The TWGFEX guidelines also provide a list of the most commonly encountered explosives. It includes military (TNT, PETN, RDX, HMX, picric acid, tetryl, EGDN, nitromethane) and commercial (ammonium nitrate (AN), ANFO, water gel, emulsion) explosives, gun propellants (black powder, Pyrodex, smokeless (double-base & single), nitroglycerin, nitrocellulose), improvised explosives (TATP, HMTD), and components of explosives (potassium and sodium nitrate, sulfur, carbon, potassium perchlorate, sodium benzoate, dicyanodiamide, ascorbic acid, nitroguanidine, metriol trinitrate, DEGDN, DMNB). The multitude of plasticized explosives, dynamites, and other composite formulations require careful selection of a representative data set. A survey of each material would be extremely time-consuming and necessitate acquisition of large quantities of these explosives. Further, it is anticipated there would be little significant differences in properties among samples in each category. Thus, for plastic bonded military explosives, dynamites, the myriad of smokeless powders, and ammonium nitrate formulations we have depended on the Rhode Island State Crime Lab and other forensic labs throughout the country to provide a list of the prevalent formulations.

Though the guidelines suggest possible techniques for examining exemplary explosives and a list of the most commonly encountered explosives in forensic laboratories across the country, no actual analytical data was presented. Careful attention was paid to follow the matrix of techniques found in the TWGFEX guideline in the compilation of this manual, allowing it to serve multiple purposes. It will provide a database of actual analytical data for known energetic materials as an aid for identifying unknown materials as explosives. As such it will be useful to any laboratory working with explosives, especially forensic and national laboratories and explosives and explosive detection equipment manufacturers. In addition, this manual serves as a companion piece to the TWGFEX document, which is available to all forensic laboratories. Indeed, it is not feasible to apply every technique to each material. In compiling this database, the most feasible techniques were used for each material. Materials with poor volatility or poor solubility were somewhat difficult to characterize and were given special attention to investigate possible modes of characterization, such as thermal analysis and MS using a direct insertion probe.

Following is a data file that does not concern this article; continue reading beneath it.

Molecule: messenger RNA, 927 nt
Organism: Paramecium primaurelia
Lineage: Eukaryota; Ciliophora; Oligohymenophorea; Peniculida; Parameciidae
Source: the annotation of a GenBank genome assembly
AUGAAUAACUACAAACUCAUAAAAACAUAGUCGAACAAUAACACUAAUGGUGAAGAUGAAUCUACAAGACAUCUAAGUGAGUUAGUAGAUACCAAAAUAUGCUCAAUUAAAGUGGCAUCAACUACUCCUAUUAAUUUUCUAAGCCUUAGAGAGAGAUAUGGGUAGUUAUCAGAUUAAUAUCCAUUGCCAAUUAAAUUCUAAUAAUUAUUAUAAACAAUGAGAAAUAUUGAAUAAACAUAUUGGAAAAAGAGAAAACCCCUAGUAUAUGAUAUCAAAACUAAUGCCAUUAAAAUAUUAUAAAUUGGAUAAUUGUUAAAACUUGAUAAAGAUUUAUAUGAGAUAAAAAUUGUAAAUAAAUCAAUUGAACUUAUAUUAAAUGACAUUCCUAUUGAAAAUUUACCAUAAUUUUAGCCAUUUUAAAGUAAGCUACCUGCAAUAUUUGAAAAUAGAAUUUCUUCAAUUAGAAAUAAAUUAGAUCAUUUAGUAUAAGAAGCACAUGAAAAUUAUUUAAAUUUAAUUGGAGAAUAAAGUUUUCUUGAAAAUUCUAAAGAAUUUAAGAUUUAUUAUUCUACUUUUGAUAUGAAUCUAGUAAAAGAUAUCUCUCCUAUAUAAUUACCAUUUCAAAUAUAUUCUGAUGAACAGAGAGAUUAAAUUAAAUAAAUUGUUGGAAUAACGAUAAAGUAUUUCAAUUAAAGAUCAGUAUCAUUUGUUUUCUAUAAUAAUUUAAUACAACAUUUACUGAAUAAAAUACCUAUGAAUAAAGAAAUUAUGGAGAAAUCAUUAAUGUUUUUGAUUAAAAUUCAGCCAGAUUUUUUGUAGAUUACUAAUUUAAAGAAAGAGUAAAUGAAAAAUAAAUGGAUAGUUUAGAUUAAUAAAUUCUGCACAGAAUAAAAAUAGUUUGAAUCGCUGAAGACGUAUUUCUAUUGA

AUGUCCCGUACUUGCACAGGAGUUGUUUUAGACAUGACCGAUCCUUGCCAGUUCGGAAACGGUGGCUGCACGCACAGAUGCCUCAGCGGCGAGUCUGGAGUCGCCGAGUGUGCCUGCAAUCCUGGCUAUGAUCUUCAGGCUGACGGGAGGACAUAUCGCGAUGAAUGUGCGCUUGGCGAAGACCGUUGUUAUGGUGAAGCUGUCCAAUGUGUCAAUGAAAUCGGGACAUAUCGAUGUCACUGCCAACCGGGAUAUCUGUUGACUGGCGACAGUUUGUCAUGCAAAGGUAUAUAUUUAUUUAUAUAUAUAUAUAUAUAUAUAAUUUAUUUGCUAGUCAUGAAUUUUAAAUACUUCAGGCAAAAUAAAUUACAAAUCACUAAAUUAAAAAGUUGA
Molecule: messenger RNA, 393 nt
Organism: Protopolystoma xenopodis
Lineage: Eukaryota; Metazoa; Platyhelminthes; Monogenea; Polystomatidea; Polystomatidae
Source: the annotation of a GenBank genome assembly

In addition to instrumental analysis, several modes of chemical analysis were investigated for use in the field identification of explosive compounds. One such field identification technique is a series of chemical spot color-change tests. Many common military grade explosives can be classified, if not identified, by observation of the chemical reaction with a set of standard reagents. In many cases, several spot tests are applicable to a single compound. In the use of these tests as a primary means of identification, it is advisable to use as many applicable tests as possible to increase the certainty of identification.